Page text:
Cryptocurrency exchanges including Coinbase, Kraken, eToro and Swyftx could soon face a regulatory shake-up in a bid to protect investors and offer the sector a legitimacy lifeline.
With tens of thousands of Australians suffering significant losses due to recent crypto crashes and frauds, Treasurer Jim Chalmers and Financial Services Minister Stephen Jones are set to unveil a suite of proposed reforms on Monday aimed at increasing oversight and lifting obligations on the sector.
“We are releasing a proposal paper today that recommends making crypto exchanges and digital asset platforms subject to existing Australian financial services laws,” Chalmers and Jones said in a statement announcing the legislative overhaul.
“The proposed reforms seek to reduce the risk of these collapses happening by lifting the standard of the operation of platforms and increasing oversight.”
Across the globe, the crypto industry has been grappling with a series of bankruptcies and implosions – most infamously the spectacular collapse of Sam Bankman-Fried’s FTX platform that has hit almost 30,000 Australians, eroded trust in the sector and spurred calls for increased regulation.
According to analysis by the Commonwealth Bank, Australians are estimated to have invested $20bn into cryptocurrencies in 2021, however much of this was lost as the market tanked in 2022.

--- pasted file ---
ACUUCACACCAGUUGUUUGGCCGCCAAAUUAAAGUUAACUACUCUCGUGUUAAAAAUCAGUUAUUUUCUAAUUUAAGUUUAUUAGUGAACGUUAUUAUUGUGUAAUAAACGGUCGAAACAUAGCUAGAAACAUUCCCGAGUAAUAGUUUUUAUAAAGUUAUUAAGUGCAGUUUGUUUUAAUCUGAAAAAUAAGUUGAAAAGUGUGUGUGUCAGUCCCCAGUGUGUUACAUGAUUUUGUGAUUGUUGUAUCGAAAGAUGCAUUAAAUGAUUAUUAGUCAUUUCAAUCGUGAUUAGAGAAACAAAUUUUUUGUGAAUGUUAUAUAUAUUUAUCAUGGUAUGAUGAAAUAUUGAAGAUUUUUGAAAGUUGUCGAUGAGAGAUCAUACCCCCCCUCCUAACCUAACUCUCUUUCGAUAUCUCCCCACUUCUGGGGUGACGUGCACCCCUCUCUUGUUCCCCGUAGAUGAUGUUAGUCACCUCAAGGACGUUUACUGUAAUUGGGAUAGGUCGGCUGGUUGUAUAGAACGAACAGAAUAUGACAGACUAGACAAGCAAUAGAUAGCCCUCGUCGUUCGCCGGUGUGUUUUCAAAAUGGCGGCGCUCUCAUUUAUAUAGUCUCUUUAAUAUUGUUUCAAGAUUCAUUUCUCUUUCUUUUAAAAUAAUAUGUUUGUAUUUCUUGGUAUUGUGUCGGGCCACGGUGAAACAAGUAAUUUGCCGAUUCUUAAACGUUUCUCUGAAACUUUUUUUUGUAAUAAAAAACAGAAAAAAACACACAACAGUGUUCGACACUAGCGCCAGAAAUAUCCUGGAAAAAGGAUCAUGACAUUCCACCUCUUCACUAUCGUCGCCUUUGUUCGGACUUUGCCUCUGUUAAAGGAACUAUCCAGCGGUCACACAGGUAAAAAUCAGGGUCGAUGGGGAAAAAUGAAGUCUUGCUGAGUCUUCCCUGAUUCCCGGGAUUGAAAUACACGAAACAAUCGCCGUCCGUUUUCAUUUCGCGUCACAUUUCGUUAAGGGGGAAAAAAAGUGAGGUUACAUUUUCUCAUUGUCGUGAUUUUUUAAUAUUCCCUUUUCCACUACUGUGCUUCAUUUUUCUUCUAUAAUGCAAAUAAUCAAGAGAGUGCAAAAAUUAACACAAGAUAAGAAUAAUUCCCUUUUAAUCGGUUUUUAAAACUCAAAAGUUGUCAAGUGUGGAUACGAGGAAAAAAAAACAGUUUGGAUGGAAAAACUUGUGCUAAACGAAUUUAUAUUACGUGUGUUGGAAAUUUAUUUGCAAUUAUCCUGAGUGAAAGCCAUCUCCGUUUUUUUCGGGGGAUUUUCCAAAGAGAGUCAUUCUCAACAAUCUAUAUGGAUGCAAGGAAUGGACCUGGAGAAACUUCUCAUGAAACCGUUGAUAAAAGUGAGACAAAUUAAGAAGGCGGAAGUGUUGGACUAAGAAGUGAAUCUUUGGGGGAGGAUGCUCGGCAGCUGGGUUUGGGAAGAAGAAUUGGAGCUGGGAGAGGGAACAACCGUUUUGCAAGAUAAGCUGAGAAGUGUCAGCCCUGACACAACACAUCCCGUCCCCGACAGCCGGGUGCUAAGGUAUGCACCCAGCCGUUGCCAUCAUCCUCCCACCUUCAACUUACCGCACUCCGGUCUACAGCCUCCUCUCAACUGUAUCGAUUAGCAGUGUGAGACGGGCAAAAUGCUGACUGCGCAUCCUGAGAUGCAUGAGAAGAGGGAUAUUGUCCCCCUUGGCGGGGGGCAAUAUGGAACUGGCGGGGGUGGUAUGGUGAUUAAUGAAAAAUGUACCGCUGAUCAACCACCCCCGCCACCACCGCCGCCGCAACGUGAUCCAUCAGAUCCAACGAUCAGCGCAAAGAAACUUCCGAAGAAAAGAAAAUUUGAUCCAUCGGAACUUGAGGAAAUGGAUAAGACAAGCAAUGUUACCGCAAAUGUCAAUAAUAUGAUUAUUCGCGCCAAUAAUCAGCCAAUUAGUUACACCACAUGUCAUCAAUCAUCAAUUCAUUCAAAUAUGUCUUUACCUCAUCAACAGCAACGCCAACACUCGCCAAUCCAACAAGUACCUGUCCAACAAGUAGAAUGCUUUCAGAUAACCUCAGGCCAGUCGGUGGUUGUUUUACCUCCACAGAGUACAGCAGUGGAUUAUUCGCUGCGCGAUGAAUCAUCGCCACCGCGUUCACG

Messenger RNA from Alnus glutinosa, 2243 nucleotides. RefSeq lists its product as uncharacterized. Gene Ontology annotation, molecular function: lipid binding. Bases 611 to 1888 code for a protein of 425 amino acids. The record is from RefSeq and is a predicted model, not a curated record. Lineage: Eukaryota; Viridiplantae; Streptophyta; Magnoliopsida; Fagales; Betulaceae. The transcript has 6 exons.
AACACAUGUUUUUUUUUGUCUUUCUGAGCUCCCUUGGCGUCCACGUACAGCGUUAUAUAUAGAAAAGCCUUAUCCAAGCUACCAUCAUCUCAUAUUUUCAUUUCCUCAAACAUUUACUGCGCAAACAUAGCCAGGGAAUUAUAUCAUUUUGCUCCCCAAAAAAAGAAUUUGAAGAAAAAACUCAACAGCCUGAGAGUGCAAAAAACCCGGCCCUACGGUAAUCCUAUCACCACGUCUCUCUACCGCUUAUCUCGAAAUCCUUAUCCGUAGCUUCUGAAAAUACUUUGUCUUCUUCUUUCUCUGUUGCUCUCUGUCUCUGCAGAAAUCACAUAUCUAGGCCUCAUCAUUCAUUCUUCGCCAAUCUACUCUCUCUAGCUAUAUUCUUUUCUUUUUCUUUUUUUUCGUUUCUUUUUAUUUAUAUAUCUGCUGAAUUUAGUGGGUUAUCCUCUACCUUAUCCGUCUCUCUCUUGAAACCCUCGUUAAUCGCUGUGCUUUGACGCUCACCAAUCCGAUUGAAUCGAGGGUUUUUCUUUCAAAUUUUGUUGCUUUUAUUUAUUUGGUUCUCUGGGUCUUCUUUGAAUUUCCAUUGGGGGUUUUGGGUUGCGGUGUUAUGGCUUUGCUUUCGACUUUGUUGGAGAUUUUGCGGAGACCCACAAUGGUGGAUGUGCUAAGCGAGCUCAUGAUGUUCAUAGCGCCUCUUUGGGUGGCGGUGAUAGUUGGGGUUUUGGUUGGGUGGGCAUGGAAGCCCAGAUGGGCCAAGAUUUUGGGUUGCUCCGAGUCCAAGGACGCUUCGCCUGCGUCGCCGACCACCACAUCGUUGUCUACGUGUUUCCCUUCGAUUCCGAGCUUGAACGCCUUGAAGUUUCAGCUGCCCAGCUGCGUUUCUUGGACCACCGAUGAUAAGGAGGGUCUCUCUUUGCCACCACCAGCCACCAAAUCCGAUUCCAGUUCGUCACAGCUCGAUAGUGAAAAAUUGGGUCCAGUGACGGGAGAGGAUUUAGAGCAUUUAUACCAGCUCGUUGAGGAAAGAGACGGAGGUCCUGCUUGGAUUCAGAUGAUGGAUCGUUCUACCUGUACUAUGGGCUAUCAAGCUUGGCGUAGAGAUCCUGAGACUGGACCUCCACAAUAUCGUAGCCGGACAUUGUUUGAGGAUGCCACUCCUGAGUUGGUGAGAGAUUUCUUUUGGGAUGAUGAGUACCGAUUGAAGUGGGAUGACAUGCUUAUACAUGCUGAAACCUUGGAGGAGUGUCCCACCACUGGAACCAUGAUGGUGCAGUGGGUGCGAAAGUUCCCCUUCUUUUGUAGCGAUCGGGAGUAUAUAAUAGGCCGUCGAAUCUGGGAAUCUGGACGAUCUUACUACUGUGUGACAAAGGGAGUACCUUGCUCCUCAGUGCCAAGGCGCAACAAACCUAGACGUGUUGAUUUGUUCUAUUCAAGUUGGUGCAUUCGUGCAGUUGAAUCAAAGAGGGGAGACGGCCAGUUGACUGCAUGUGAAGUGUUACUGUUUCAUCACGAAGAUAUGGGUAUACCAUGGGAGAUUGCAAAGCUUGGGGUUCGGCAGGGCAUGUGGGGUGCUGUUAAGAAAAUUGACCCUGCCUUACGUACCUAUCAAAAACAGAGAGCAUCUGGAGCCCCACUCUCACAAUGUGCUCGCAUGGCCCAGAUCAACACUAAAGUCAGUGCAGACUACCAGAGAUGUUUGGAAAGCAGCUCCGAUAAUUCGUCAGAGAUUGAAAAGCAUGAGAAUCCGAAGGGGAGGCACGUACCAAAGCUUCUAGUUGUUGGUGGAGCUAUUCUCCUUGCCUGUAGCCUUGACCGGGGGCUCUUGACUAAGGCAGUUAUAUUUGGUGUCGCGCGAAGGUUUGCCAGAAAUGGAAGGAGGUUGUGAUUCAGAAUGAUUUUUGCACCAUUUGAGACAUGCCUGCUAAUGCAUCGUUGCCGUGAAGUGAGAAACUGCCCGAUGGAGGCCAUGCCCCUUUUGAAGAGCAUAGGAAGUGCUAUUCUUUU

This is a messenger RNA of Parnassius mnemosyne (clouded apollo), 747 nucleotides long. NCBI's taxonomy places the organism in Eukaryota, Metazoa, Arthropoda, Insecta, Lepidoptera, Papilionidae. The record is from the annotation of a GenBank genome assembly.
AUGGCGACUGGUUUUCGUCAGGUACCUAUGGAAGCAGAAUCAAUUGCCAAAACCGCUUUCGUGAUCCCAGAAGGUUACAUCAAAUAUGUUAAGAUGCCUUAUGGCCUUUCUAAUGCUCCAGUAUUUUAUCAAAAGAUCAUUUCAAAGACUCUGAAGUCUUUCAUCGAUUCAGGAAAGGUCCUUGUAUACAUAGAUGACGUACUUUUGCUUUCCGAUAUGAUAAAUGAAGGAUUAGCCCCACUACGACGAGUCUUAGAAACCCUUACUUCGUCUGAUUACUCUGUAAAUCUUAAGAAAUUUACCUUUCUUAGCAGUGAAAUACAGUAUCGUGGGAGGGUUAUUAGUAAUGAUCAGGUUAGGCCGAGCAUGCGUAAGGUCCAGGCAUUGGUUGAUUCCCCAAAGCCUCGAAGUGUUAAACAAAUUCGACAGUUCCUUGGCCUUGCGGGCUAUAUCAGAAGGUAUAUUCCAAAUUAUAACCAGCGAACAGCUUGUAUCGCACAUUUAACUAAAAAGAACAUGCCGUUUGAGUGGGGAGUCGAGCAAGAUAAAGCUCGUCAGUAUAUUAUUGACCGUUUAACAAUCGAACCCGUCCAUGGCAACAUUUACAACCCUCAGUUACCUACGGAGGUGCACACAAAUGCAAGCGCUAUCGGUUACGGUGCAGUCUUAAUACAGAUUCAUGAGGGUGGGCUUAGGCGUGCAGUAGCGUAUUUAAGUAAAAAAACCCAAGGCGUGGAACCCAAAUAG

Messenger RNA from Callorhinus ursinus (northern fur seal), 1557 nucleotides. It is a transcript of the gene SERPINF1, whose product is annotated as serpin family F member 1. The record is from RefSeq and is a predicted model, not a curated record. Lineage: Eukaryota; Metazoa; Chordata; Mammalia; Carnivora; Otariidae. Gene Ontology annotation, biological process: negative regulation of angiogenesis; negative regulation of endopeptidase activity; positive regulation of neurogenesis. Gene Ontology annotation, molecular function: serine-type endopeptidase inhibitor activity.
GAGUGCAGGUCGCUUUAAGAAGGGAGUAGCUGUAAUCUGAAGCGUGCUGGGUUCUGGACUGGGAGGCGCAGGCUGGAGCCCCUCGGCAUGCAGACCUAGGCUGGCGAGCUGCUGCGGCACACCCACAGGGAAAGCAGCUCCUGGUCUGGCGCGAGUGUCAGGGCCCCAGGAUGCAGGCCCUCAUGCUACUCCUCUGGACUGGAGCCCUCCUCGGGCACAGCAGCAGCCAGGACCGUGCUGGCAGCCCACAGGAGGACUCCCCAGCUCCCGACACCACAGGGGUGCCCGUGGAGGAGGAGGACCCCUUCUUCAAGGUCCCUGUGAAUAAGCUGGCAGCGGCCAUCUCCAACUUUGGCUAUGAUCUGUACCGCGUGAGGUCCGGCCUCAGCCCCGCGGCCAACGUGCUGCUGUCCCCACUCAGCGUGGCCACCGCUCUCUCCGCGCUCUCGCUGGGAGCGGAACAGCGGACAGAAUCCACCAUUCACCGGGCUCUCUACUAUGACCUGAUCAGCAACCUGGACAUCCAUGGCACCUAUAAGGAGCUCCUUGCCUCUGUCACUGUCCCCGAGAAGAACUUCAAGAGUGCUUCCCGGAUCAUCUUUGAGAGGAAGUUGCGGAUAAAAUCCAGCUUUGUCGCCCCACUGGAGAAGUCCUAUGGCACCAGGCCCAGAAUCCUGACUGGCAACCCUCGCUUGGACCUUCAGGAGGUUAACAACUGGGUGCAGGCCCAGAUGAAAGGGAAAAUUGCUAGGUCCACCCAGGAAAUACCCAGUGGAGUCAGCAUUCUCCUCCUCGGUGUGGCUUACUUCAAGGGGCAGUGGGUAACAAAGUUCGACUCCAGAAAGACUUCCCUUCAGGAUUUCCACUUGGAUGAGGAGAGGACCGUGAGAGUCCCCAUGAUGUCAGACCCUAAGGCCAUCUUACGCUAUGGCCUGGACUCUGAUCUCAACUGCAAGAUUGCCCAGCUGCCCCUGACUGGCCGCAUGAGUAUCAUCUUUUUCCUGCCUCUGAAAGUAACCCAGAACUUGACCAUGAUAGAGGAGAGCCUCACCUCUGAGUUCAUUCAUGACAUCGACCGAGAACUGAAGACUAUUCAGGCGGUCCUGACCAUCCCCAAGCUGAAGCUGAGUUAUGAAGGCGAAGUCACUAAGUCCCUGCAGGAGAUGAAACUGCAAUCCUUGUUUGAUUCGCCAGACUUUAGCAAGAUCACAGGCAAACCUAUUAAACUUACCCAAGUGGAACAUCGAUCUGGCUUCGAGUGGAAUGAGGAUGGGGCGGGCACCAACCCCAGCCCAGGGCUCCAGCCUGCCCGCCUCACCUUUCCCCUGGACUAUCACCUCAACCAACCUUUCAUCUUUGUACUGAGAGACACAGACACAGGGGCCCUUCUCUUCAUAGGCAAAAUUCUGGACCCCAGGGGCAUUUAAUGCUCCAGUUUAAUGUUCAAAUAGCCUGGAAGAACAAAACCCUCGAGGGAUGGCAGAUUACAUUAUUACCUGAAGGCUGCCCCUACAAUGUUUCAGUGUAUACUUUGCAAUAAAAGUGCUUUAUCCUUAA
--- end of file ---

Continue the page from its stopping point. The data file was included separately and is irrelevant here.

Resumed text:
The paper also recommends requiring platform operators to obtain an Australian Financial Services Licence.
Exchanges currently face a relatively soft regulatory environment overseen by AUSTRAC, while markets that deal in financial products face regulation by ASIC.
In addition, the proposed reforms also include new obligations on digital asset platforms. This includes the establishment of new standards for holding tokens, custody software, and when making transactions with tokens.
Crypto exchanges have previously voiced their support for regulation as it will help offer the industry greater legitimacy.
Feedback on the proposed reforms is due by December, with draft legislation expected in the new year.
The government has previously been accused of dragging its heels on regulation of cryptocurrencies with Liberal senator Andrew Bragg calling on for urgent legislative protections for consumers and greater legal certainty to developers in a parliamentary committee.